The developer of mega-mansion “The One” filed for bankruptcy on Tuesday in a last-minute bid to stop a scheduled auction of the sprawling estate.
Nile Niami limited liability company Crestlloyd filed for Chapter 11 protection shortly after noon in U.S. bankruptcy court in Los Angeles.
Lawrence Perkins, newly appointed director of the development company, said the action was accompanied by an automatic suspension of the sale of the trustee, scheduled for Wednesday, and other collection activity against Crestlloyd, the owning entity. of the property.
“Our goal is to maximize the value of the home through a thoughtful selling process where we can bring in brokers and show the home to all the right people who need to see it,” said Perkins, of Sierra Constellation. Partners.
The 105,000 square foot Bel-Air property is America’s largest modern home and the most extravagant property to date in Niami, known as the King of LA’s mega-mansion.
The sale of the trustee was slated after Crestlloyd defaulted on $ 106 million by Hankey Capital, the mortgage arm of Los Angeles billionaire Don Hankey.
The auction has already been delayed twice, most recently on October 13 after another lender – Yogi Securities Holdings of Joseph Englanoff – alleged Hankey withdrew from a deal to have the house completed and sold by real estate brokers for $ 225 million.
Englanoff, a Los Angeles-area doctor and longtime investor in Niami developments, accused Hankey of trying to take over the mansion at a bargain price or take all of the proceeds if he was. sold.
Yogi loaned Crestlloyd $ 30.2 million in 2018 and still owes him $ 22 million, according to an earlier statement filed by Englanhoff in support of a temporary injunction to suspend the auction. Hankey loaned Crestlloyd $ 82.5 million in 2018 and $ 23.5 million in two additional loans. Englanloff says his debt should be paid before Hankey’s subsequent loans.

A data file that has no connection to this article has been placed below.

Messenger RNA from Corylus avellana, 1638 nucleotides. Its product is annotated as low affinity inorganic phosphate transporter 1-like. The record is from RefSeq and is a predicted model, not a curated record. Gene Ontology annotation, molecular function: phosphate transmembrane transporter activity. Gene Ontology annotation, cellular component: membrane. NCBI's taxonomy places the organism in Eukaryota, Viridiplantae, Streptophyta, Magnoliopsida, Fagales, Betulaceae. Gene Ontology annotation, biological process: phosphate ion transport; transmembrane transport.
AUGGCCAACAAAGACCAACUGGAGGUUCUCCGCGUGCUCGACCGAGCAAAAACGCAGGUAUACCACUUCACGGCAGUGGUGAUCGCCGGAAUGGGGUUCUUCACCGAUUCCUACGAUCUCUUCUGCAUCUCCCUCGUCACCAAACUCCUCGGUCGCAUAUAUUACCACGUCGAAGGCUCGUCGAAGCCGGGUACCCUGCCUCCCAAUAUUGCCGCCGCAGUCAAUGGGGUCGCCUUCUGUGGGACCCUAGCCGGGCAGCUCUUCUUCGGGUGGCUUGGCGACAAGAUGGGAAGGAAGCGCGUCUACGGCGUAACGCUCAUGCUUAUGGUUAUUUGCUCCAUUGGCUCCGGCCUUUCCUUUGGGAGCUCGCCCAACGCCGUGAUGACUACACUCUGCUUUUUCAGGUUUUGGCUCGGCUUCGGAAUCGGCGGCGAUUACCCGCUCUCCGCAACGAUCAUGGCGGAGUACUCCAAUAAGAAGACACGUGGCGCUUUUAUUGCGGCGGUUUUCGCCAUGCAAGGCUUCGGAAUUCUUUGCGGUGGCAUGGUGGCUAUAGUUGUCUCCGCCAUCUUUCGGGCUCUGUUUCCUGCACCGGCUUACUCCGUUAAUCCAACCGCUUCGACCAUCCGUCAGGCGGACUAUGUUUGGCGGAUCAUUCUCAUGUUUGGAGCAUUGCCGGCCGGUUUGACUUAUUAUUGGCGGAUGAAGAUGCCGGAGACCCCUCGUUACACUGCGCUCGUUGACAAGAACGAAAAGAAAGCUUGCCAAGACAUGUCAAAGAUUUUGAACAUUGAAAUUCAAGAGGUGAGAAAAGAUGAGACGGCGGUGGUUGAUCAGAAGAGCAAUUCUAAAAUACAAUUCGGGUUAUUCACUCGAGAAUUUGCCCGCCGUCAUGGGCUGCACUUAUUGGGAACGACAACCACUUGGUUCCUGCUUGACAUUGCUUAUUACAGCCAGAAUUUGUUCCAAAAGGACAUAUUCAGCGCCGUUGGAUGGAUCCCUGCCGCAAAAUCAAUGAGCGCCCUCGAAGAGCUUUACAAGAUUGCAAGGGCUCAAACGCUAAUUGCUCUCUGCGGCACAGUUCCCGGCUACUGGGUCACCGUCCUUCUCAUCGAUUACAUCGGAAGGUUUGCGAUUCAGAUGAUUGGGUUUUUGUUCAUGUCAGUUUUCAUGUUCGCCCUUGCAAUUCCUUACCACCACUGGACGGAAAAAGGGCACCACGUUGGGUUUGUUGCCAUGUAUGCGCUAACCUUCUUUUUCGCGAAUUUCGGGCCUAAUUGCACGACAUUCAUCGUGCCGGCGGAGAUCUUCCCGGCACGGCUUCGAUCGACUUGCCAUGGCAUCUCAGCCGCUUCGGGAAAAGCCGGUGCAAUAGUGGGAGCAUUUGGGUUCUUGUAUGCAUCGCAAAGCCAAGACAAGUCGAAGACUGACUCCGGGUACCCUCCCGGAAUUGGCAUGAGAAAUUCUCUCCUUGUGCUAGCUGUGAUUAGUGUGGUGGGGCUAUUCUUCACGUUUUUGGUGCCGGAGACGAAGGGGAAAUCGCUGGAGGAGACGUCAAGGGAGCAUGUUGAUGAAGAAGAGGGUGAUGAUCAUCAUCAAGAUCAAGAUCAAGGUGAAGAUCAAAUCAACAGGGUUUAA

Superior Court Judge Mitchell Beckloff did not issue a temporary restraining order, but delayed the auction until October 27 to give the two sides time to come to an agreement.
Hankey told The Times he tried but couldn’t come to an agreement with Englanoff. Attorneys for Hankey Capital said the company’s shares were legal and noted that there was nothing preventing Yogi from bidding on the house itself.
The other large holder of secured debt is an entity called Inferno Investment, associated with Julien Remillard, a longtime friend from Niami, who loaned Crestlloyd over $ 10 million in 2015 but made a deal with Hankey to be paid second from the proceeds of the sale.
There are other smaller unsecured debts attached to the property, including money owed to contractors. The total debt attached to The One has been estimated at $ 165 million.
In the spring, after Niami defaulted on his debt to Hankey, he offered to live in The One and transform it into an event space with entertainment such as boxing matches and concerts. Hankey was not interested in the plan.
The 944 Airole Way mansion offers luxurious amenities such as infinity pools, spa and beauty salon, billiards room and bowling alley, multiplex cinema and a 50-car garage with carousels to display exotic cars.